Healthy drinks, such as water and milk, should be the “default beverages on children’s menus and in vending machines” states the AAP and the AHA. Additionally, federal nutrition assistance programs should ensure access to healthy food and beverages and discourage consumption of sugary drinks.
The groups’ top recommendation is for local, state and national policymakers to “consider raising the price of sugary drinks, such as via an excise tax, along with an accompanying educational campaign.”
- Diet Drinks Linked to Higher Stroke, Heart Risk in Women Over 50, Study Finds
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U.S. Confirmed Measles Cases This Year Surpasses 300, Higher Than 2016, 2017, CDC Says
The U.S. Centers for Disease Control and Prevention (CDC) reported this week that there are 314 confirmed measles cases across the nation so far this year as of March 21, which surpasses the annual totals for both 2016 and 2017.
At the current rate, this year’s total will likely surpass 2018’s mark of 372 confirmed cases.
The disease was nearly eliminated in the U.S. in 2000, but is common in many other countries. Carriers of the disease usually spread measles to unvaccinated Americans when they travel to the U.S. from countries with lower vaccination rates. The year 2014 saw the highest number of confirmed cases — 667 — since 2000, the CDC says.
Nancy Messonnier, M.D., director the CDC’s National Center for Immunization and Respiratory Diseases, said the recent increase in measles cases represents a “new normal” for the U.S.
The states that have reported cases to CDC are Arizona, California, Colorado, Connecticut, Georgia, Illinois, Kentucky, Michigan, Missouri, New Hampshire, New Jersey, New York, Oregon, Texas, and Washington. Two of the larger outbreaks are in Washington State and New York.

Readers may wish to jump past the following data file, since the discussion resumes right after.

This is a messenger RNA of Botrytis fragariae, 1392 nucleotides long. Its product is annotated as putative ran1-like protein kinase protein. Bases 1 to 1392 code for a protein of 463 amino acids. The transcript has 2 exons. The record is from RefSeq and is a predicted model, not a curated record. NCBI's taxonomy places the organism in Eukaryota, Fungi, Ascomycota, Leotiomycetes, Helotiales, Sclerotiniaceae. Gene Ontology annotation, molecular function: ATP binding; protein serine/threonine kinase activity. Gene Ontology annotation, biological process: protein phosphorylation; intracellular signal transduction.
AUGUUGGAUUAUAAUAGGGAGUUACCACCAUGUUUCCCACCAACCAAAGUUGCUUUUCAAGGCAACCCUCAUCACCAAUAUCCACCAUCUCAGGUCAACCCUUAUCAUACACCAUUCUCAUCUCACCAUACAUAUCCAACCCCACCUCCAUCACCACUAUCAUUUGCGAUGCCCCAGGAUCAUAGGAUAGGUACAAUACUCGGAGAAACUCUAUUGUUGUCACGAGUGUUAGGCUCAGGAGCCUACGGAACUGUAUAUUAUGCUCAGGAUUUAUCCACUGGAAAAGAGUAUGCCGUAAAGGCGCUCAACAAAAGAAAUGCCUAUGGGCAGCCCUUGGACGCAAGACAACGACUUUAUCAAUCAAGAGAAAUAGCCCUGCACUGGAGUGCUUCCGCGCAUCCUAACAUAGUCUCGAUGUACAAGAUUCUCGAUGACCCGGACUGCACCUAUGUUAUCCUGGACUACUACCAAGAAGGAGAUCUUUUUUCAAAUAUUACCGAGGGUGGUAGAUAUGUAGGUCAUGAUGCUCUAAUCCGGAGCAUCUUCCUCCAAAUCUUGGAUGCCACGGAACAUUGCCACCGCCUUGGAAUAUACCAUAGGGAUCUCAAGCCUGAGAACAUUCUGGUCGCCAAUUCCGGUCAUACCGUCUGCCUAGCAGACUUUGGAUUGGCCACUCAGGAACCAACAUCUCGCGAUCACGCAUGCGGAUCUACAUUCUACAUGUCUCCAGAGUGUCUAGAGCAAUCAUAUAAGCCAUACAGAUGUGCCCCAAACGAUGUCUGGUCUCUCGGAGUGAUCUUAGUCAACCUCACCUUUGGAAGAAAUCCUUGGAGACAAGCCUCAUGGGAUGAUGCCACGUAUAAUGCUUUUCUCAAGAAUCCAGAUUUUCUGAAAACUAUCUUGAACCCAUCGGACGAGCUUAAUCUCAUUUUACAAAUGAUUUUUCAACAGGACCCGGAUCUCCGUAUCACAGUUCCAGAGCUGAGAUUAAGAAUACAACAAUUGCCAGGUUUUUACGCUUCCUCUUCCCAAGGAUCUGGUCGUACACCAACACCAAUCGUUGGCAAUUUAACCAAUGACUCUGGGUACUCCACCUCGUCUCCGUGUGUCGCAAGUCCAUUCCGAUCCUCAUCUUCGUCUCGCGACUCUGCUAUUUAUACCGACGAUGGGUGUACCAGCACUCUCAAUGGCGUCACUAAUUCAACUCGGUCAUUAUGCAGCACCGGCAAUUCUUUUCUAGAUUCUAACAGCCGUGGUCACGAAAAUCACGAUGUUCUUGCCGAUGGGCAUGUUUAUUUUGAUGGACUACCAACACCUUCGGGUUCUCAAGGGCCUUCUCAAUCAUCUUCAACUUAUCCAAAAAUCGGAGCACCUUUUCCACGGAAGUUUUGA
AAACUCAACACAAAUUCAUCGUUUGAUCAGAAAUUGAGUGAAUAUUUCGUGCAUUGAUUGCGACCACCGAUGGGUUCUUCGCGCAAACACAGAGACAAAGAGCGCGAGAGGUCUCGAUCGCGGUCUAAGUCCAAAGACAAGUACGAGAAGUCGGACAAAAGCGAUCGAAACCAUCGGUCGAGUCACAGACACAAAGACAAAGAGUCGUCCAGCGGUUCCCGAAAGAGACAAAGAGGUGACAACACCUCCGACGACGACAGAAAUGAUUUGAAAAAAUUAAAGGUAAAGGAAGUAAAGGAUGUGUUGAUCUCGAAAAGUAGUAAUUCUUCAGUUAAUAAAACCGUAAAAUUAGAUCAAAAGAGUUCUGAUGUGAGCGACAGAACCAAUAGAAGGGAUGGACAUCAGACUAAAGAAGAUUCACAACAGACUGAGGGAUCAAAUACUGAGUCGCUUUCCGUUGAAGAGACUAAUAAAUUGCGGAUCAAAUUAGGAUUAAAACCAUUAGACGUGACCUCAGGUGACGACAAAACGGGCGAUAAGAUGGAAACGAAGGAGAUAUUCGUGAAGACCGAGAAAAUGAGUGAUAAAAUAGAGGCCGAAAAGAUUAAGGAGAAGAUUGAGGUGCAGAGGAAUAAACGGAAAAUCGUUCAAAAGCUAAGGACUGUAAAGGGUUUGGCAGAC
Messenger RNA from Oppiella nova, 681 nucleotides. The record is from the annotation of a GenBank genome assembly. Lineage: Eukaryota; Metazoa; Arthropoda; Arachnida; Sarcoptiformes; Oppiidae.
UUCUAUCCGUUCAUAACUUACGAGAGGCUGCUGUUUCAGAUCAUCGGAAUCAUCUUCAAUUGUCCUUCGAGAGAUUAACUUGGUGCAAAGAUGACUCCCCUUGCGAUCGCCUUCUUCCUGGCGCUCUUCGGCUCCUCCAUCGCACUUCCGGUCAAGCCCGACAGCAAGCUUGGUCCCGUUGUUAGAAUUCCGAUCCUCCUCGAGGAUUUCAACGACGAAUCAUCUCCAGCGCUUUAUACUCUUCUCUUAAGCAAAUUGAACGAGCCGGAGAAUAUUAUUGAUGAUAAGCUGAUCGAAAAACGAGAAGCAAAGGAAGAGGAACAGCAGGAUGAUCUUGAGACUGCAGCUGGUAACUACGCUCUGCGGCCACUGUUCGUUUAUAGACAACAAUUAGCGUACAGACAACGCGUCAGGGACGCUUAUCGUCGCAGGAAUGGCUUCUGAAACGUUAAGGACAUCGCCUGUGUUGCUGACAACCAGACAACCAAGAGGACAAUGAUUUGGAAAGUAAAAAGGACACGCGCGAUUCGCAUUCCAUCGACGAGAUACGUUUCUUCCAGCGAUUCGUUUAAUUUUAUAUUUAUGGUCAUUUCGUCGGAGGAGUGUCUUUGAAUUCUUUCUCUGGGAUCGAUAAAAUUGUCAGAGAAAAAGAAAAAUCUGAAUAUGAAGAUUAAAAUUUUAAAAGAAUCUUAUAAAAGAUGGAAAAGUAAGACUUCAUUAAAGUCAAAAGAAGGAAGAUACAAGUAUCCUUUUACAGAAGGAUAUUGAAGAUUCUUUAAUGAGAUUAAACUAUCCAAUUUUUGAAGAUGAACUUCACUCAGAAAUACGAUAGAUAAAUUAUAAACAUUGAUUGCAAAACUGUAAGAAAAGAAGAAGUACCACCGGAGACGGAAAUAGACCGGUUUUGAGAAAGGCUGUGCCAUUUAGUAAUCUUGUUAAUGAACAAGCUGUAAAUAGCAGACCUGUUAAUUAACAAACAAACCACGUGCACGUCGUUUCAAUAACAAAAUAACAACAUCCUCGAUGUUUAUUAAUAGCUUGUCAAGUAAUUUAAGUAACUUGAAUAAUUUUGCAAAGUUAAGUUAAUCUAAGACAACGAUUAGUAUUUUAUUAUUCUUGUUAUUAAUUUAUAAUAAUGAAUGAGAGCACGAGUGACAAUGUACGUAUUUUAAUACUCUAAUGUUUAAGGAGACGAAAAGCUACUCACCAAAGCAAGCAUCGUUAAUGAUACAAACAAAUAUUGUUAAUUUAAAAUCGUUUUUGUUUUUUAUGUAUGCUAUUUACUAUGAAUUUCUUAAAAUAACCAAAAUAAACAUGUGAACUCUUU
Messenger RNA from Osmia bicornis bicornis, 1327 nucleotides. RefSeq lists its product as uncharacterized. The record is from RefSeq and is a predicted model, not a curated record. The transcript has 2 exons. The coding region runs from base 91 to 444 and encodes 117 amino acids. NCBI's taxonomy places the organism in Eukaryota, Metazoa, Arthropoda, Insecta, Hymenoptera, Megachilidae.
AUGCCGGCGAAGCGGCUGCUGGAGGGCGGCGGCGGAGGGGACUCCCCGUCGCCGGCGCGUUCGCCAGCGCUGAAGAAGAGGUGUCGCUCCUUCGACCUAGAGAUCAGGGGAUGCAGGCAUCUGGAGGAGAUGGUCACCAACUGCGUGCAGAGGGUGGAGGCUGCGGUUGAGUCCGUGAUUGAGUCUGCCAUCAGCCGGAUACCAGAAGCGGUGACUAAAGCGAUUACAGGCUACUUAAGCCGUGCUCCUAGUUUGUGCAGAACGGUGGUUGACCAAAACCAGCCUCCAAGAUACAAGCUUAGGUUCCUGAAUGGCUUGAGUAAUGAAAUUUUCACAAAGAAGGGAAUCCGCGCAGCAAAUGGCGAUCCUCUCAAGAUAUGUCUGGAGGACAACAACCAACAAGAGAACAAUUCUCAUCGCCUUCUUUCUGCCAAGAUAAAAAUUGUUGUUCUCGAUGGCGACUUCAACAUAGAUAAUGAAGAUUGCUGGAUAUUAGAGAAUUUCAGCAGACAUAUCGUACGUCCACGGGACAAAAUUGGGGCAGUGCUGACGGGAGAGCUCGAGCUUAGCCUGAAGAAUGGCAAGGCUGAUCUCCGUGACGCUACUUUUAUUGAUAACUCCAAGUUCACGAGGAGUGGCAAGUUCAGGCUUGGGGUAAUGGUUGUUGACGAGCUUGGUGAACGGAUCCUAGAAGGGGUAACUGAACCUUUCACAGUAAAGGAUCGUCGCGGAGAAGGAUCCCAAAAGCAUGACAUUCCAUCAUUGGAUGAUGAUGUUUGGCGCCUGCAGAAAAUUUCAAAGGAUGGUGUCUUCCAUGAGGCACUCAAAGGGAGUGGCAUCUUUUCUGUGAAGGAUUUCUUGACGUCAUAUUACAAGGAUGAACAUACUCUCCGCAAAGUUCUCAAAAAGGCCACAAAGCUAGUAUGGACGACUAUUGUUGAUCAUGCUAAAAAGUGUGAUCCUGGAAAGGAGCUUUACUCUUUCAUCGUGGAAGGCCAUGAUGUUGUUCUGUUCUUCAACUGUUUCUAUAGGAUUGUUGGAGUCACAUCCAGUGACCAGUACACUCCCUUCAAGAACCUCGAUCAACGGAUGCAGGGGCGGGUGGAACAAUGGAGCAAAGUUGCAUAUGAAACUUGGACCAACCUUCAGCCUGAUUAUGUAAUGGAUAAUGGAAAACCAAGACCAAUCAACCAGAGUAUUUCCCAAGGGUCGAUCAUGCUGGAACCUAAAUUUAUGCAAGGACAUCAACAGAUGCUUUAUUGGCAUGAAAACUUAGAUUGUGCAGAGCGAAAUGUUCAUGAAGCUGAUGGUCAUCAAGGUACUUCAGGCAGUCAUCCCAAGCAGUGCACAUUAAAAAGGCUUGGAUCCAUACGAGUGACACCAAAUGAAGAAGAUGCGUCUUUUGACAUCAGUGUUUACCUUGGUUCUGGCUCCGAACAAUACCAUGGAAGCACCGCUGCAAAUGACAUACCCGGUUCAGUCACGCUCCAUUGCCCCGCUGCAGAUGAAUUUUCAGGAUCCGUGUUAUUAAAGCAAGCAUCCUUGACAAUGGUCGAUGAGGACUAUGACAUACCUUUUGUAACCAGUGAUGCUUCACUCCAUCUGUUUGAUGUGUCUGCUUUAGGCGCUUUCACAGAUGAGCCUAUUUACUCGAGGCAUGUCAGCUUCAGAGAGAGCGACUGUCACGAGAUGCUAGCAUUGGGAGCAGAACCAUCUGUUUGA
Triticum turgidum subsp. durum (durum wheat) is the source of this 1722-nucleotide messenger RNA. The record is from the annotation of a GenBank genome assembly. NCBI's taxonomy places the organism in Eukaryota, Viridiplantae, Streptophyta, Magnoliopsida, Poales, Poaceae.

This week, New York’s Rockland County declared a state of emergency and banned children who are unvaccinated against the measles from public places. New York officials said its current outbreak, which is in its 26th week, is the longest since the disease was thought to be eradicated in 2000.
“We believe this to be the first such effort of this kind nationally and the circumstances we face here clearly call for that,” said Rockland County Executive Ed Day at a Tuesday press conference. “Rockland will lead the way in service and safety to the people here.”
Measles is considered one of the most contagious viruses in the world. Beyond flu-like symptoms and a rash that begins in the head area and moves downward, measles can develop serious or deadly complications, such as pneumonia and encephalitis (swelling of the brain).
“Vaccination is the best prevention,” said Fernando Mendoza, M.D., medical director of the Children’s Emergency Center at Baptist Children’s Hospital and associate medical director of Pediatric Emergency Services at West Kendall Baptist Hospital. “Absolutely, 100 percent, that’s the best way to prevent it. Vaccinated kids don’t get the measles. There are reams and reams of data that show these vaccines are appropriate and effective.”